2

Case 1:

I'm currently developing a plugin for GPL Software/ am using the GPL-licensed API to develop the interaction between the plugin and the software. I'm therefore having a dependency added to this API in my pom.xml (maven).

As it's just the plugin I don't have to publish the APIs classes and don't include them in my jar or github repo or similarly.

Case 2:

I develop an application that depends on another project licensed under GPL. As I intend to write multiple projects based on this library, I write my own library to hold some shared code.

Case 2a: This shared-code-library does not contain any of the GPL-Code or classes, only a reference in its pom.xml and references to it in its code.

Case 2b: My main project is published with the GPL-classes to make it easy to run for the client.

As far as my understanding goes, my code has to be GPL-Licensed in all of these cases. That's not my question. If I'm wrong, constructive input on this is appreciated anyway.

My question is: Do I have to include any information on the license of the dependencies (and the GPL-license itself) in cases 1 and 2a? I'm pretty sure its required in case 2b. Case 2b is provided more or less to make it easier to differentiate from case 2a. If I'm wrong, constructive input on this is appreciated anyway.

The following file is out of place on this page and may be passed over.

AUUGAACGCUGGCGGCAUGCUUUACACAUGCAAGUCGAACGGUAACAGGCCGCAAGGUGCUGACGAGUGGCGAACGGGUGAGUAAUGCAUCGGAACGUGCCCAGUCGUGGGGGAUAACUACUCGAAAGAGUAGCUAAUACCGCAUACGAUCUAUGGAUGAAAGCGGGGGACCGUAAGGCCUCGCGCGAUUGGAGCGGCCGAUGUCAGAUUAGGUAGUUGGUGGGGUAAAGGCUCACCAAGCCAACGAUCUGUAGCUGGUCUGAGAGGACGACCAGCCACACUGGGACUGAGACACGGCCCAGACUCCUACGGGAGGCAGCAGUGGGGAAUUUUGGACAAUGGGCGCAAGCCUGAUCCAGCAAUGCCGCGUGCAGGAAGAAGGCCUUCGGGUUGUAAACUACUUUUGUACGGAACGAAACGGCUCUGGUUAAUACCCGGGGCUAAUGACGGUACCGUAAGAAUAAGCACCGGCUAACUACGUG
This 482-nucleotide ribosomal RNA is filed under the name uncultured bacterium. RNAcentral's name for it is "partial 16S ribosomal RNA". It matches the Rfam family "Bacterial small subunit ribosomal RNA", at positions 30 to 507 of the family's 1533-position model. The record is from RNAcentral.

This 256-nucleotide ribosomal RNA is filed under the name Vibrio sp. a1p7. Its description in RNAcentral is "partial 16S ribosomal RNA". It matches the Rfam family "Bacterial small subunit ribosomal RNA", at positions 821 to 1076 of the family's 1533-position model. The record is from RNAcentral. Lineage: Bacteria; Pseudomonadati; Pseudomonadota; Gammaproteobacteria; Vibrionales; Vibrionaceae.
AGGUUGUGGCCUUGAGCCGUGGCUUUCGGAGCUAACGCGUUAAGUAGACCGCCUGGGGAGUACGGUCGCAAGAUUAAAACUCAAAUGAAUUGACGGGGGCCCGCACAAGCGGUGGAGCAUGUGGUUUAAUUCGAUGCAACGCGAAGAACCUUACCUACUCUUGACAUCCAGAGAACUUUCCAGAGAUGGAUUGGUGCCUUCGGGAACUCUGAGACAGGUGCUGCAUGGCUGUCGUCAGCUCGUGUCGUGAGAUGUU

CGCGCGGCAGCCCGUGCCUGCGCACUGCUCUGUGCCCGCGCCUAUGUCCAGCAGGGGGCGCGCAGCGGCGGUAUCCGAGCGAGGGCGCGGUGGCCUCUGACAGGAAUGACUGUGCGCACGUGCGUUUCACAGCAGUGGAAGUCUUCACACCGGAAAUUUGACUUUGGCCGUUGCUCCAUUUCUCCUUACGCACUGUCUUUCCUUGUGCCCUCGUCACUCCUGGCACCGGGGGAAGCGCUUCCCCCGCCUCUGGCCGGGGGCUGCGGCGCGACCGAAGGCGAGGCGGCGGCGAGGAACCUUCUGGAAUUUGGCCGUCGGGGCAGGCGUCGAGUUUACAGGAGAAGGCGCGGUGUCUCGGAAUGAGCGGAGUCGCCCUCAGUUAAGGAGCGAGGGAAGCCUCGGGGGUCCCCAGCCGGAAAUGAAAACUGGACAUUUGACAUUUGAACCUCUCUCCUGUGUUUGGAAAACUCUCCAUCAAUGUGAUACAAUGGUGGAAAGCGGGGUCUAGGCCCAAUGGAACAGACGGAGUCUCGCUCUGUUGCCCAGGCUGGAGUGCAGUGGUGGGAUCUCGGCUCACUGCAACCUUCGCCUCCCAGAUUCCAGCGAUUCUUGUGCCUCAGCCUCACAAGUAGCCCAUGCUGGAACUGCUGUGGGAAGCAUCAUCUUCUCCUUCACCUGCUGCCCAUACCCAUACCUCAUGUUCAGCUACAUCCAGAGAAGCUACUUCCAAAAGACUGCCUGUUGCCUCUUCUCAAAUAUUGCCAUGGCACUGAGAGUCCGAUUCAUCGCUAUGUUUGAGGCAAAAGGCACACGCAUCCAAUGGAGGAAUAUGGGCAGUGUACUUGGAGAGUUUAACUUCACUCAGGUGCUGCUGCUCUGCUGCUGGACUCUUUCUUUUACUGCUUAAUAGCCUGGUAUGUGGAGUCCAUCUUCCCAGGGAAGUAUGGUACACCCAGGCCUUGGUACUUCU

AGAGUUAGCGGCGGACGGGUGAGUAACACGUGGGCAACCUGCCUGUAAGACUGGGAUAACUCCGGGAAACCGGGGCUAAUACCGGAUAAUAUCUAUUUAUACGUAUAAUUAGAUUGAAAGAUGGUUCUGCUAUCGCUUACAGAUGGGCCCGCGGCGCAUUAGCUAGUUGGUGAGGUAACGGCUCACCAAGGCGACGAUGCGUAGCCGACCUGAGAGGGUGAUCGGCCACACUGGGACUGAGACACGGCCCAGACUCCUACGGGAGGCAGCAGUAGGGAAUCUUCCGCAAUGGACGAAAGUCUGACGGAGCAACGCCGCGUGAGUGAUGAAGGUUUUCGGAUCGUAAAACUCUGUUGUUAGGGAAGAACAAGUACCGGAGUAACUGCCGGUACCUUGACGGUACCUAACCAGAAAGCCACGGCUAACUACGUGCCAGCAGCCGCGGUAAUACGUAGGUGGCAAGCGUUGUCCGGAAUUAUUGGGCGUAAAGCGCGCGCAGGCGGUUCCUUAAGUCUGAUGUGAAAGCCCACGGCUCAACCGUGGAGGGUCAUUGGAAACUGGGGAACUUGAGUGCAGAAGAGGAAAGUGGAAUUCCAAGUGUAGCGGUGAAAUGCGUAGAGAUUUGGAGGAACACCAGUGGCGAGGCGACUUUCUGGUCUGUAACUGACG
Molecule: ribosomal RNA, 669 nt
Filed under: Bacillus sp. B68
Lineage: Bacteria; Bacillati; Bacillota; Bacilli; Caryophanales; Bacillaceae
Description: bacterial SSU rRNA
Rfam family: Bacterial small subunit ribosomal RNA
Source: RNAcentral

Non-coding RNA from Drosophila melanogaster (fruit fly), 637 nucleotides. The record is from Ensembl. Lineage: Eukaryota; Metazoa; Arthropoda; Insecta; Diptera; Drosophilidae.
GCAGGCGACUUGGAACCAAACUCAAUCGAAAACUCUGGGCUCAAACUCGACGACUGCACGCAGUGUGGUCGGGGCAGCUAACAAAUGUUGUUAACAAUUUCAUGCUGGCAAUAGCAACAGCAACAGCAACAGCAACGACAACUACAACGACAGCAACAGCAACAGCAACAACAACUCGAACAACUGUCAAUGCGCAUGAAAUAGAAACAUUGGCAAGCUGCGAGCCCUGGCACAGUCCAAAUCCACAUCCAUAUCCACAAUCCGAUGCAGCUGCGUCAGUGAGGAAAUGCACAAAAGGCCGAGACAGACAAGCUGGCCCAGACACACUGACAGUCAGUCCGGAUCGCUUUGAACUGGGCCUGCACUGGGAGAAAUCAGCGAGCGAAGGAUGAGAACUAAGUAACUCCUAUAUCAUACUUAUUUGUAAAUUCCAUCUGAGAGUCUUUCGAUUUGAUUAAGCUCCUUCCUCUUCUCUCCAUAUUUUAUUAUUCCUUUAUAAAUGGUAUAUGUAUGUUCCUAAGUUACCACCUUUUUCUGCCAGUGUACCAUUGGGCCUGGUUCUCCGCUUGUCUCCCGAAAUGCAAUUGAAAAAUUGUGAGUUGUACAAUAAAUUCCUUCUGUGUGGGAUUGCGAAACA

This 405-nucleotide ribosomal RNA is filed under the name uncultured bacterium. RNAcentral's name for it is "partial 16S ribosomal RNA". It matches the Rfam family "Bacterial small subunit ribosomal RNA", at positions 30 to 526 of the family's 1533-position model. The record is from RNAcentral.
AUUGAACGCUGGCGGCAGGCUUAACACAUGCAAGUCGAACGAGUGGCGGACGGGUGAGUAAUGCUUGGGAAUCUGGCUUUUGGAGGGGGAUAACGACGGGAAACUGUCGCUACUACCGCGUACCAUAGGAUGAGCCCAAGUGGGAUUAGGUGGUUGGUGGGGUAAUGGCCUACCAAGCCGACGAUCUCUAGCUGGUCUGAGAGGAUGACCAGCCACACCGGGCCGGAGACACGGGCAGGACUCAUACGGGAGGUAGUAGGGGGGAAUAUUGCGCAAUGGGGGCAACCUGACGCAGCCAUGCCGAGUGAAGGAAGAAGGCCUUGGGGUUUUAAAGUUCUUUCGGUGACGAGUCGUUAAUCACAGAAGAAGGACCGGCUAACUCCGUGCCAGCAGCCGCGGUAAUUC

This topic is similar but talks about BSD and MIT licenses, where this procedure apparently doesn't fall under distribution. From what I've read (and I'm not particularly well informed on this tbh) GPL sometimes feels a bit nitpicky on some other topics (i.e. if API usage counts as a modified version, see also this question). What do you think is the case in this situation?

Additional context to justify my question:

I've since found a maven plugin that helps me to include the licenses in the final jar file (no matter if the library is included or not). There is no real point for me to exclude them in case 1 and case 2a if I already researched the maven plugin for case 2b anyway.

The point is that I'm currently publishing to github packages in a private repo. As far as my understanding goes, as soon as I make the repo public, all the packages (and all versions) will go public as well. This means that I would have to delete the old alpha and beta releases before going public, if license files were required. That might not be too big of a deal, but I'd like to preserve the projects history for anyone thats interested in it.

Your Answer

By clicking “Post Your Answer”, you agree to our terms of service, privacy policy and cookie policy

Browse other questions tagged or ask your own question.